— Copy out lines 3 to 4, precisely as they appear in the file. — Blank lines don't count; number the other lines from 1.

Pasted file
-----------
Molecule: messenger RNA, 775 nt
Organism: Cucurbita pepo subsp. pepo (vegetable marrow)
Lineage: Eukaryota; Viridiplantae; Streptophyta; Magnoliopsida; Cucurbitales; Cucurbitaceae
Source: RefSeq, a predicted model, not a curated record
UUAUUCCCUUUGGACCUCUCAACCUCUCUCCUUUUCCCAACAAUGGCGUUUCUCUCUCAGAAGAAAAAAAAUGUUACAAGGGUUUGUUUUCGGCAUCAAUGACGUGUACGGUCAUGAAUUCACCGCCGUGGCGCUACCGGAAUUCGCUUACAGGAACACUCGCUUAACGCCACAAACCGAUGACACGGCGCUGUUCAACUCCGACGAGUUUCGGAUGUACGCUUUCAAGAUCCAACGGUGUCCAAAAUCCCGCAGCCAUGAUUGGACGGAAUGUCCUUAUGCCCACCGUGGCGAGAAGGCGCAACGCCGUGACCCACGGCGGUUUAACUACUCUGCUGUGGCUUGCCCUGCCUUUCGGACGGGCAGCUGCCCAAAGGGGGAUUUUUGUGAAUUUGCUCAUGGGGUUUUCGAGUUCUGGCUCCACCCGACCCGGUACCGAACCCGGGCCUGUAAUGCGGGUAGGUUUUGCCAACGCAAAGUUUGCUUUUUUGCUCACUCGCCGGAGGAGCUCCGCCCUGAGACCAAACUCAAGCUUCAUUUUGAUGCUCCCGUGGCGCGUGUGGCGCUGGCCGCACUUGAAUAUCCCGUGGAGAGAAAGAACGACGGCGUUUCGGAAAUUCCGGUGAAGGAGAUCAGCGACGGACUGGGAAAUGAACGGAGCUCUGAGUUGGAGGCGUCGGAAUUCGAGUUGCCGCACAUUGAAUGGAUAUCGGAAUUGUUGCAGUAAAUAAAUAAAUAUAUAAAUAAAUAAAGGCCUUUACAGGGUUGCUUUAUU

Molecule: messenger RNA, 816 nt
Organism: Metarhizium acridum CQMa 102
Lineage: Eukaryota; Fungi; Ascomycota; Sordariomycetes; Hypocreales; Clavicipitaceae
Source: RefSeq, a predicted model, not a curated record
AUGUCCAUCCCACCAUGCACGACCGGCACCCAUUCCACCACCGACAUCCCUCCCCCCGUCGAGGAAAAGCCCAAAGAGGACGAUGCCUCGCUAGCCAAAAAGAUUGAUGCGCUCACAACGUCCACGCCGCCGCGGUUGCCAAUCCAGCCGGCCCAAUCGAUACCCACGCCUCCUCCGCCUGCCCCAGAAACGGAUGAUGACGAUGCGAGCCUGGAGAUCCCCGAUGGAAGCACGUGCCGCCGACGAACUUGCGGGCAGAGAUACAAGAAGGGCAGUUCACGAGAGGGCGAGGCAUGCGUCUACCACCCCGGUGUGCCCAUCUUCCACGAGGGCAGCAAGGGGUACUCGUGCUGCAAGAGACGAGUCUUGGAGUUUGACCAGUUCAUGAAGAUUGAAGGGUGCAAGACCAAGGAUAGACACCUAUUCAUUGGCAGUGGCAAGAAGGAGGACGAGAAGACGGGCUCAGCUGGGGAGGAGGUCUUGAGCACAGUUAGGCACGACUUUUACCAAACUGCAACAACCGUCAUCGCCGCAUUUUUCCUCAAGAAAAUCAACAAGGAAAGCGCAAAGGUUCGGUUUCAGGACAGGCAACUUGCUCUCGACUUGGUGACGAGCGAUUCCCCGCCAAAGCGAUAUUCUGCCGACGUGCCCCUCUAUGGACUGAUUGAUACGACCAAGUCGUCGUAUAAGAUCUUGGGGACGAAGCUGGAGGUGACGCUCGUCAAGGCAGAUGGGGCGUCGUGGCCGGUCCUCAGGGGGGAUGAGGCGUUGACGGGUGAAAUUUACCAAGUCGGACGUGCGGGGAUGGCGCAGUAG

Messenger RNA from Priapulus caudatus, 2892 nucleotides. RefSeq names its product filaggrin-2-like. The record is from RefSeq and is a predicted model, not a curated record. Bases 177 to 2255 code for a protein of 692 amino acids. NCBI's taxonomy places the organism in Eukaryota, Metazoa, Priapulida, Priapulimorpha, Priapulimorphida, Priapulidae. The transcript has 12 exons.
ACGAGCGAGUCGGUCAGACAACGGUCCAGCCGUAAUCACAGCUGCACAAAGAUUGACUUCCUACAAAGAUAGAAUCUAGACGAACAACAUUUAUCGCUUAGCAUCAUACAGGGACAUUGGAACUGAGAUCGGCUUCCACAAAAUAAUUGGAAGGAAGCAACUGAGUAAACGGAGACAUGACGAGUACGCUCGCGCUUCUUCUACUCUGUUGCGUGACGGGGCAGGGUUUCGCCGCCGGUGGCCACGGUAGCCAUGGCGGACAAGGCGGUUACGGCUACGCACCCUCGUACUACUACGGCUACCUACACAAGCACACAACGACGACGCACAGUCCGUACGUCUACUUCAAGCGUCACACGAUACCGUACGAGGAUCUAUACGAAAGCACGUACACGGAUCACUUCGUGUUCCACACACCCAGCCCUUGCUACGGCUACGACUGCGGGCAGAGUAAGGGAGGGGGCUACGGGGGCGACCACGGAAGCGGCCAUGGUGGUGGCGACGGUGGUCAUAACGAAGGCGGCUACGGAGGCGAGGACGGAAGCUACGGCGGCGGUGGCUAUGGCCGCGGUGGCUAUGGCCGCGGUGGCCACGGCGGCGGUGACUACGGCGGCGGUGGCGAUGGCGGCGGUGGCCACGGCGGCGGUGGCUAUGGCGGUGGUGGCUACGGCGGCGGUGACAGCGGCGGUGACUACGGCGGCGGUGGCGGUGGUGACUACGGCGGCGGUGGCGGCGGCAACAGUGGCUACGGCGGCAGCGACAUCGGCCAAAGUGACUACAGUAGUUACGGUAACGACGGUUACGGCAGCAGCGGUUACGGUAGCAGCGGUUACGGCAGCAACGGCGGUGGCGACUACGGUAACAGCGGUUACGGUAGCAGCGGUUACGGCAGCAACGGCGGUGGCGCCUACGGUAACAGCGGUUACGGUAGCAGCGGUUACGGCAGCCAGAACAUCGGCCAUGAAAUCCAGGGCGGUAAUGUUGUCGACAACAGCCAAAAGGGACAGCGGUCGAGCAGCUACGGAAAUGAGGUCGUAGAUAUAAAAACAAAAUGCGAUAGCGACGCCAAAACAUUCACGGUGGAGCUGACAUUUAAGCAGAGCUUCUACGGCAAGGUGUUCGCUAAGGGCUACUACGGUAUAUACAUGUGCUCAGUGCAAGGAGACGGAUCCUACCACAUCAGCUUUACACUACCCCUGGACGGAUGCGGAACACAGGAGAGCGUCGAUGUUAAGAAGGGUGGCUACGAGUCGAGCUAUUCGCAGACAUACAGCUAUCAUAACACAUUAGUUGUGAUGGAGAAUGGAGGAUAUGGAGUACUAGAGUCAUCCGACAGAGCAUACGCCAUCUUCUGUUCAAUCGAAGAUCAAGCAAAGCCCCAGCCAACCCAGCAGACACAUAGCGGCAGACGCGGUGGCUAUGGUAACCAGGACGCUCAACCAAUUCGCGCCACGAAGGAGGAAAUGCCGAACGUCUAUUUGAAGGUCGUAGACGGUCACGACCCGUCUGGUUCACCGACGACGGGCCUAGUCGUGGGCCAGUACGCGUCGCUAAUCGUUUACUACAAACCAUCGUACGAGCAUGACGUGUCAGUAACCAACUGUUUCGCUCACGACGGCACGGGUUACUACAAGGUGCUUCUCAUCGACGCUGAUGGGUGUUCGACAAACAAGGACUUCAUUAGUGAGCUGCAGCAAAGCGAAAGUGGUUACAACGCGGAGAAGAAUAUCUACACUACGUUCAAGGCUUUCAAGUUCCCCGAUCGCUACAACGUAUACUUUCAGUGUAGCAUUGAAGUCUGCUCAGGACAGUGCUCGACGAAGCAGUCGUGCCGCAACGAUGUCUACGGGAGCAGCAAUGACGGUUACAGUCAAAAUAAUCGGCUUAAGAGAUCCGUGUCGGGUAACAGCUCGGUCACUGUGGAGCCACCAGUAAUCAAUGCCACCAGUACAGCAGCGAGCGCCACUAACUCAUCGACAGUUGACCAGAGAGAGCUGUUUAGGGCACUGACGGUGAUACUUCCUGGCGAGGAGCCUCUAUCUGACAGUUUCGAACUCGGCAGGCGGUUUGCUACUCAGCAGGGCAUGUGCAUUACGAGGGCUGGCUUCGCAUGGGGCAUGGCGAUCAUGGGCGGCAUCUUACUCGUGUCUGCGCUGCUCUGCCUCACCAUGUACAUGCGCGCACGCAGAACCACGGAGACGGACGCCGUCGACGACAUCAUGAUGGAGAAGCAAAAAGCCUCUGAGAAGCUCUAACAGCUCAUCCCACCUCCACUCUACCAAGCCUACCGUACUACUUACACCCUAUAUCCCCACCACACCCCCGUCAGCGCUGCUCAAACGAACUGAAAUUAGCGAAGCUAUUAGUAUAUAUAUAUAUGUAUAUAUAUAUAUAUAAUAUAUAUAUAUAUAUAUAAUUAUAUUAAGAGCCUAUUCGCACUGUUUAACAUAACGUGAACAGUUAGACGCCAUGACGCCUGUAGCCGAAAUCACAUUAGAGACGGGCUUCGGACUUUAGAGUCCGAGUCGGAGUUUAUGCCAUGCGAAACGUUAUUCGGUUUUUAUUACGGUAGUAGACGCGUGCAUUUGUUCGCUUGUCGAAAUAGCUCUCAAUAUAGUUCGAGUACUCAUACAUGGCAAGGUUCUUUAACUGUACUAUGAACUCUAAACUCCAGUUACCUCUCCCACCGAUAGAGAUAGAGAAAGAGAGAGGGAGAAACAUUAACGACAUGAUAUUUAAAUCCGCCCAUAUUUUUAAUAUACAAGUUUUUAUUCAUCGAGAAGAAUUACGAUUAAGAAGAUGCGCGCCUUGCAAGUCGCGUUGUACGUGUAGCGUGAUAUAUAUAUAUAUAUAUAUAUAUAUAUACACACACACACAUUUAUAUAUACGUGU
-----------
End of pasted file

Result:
Lineage: Eukaryota; Viridiplantae; Streptophyta; Magnoliopsida; Cucurbitales; Cucurbitaceae
Source: RefSeq, a predicted model, not a curated record